There has been a lot in the news about the State Senate’s efforts to audit the 2020 general election. But the recent filing in Superior Court by the Maricopa County Board of Supervisors seems like one more effort to win not in court, but in the court of public opinion.
Throughout this process, the Board has been trying to portray the Senate as the big, bad villain in this election drama. By doing this, the Board is avoiding the facts in the case and the Media is ignoring the Board’s constantly shifting arguments on why supervisors should not comply with legally issued subpoenas from the Senate.
Despite what you hear on the news and read in the papers, this effort to do a proper audit of the 2020 election is not about overturning any results. And I have personally repeated this fact consistently to our county Supervisor, as has all of our Senate leadership who have been involved in the process.
I hope the eventual audit shows everything was above-board and accurate, but if there was a problem, it is the responsibility of the Legislature to correct it because election law is under the purview of the Legislature.
Our election process has been shaken by doubts over how we cast votes and how they’re counted. I have received literally tens of thousands of emails questioning the election results in Arizona, and specifically Maricopa County. Our voters need to know with certainty that their votes are counted and that they are counted correctly.
The county’s effort to quash our proper subpoenas includes several cases of them doing a complete 180 on their arguments. The county has backtracked on commitments made in an agreement with the Senate.
In January, the county admitted the Senate had a valid legislative purpose to issue subpoenas. Now, in their latest complaint, the county denies a valid legislative purpose. In January, the county agreed to produce ballot images to the Senate. Now, in the complaint, it claims it is legally prohibited from producing the images.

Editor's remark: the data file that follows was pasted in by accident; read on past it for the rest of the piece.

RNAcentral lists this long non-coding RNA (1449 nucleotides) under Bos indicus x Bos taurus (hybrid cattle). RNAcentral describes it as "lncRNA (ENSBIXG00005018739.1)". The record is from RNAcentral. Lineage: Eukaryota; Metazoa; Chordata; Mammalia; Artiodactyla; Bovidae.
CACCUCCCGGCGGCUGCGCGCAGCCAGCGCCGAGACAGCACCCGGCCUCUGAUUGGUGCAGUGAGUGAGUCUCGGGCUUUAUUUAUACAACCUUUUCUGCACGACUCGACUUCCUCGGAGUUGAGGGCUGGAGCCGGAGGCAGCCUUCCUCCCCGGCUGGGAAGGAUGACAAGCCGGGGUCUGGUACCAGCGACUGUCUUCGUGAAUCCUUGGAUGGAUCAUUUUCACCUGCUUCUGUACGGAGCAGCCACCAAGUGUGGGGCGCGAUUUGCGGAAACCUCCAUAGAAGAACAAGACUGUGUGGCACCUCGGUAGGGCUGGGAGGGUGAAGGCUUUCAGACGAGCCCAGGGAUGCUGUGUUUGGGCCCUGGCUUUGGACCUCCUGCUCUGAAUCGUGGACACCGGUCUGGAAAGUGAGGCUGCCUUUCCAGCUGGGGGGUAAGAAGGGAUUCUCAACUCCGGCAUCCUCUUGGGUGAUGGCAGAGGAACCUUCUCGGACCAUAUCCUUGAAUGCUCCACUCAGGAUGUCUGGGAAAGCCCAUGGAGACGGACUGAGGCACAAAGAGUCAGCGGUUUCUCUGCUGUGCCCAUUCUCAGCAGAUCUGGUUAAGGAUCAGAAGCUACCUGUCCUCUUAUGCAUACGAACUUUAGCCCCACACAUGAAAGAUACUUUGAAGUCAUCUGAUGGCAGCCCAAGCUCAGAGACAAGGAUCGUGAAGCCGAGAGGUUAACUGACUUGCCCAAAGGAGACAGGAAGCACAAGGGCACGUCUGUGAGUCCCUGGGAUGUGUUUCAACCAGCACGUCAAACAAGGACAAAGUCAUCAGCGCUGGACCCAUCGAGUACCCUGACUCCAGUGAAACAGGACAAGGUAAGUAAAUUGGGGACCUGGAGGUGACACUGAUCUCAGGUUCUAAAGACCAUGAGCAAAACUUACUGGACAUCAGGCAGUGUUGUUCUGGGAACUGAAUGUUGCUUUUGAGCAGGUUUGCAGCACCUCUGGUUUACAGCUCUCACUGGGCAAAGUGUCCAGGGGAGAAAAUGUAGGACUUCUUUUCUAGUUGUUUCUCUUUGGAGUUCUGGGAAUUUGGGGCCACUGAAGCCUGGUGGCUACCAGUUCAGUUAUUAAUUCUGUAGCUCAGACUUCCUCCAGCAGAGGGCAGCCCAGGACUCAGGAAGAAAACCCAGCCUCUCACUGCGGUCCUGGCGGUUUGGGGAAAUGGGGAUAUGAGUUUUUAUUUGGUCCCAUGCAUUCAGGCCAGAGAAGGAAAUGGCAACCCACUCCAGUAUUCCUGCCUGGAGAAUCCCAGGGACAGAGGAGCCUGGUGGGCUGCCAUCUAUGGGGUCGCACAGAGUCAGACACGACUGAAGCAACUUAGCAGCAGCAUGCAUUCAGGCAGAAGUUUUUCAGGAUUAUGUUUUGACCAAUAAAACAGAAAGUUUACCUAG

In December, the county adopted a clear view of the Senate’s right to hold the Board of Supervisors in contempt. Now, in the complaint, the county asks the judicial branch to interfere with the legislative branch’s previously conceded remedy of contempt.
This new lawsuit is filled with a mischaracterization of facts to gain an advantage with the courts and the media. Instead of making efforts to reach a resolution, the county is trying to score points.
Many of the headlines on this issue have been about the possibility of the arrest of the supervisors, which is not something we plan to pursue; but just as much attention should be spent on the open defiance by the board to not comply with a lawful Senate subpoena.
Under our state Constitution, county governments operate under the supervision of the Arizona State Legislature. When the Senate investigates the conduct of county officials on an issue of critical importance — such as the administration of elections — the county must comply with a legislative subpoena.
For two months now, the county has been trying to postpone compliance with the Senate investigation. It’s time for them to stop this stonewalling and allow the state to confirm the accuracy of the 2020 election, for the benefit of every one of our voters.
Rick Gray is majority leader in the Arizona Senate; he represents Senate District 21 in the West Valley.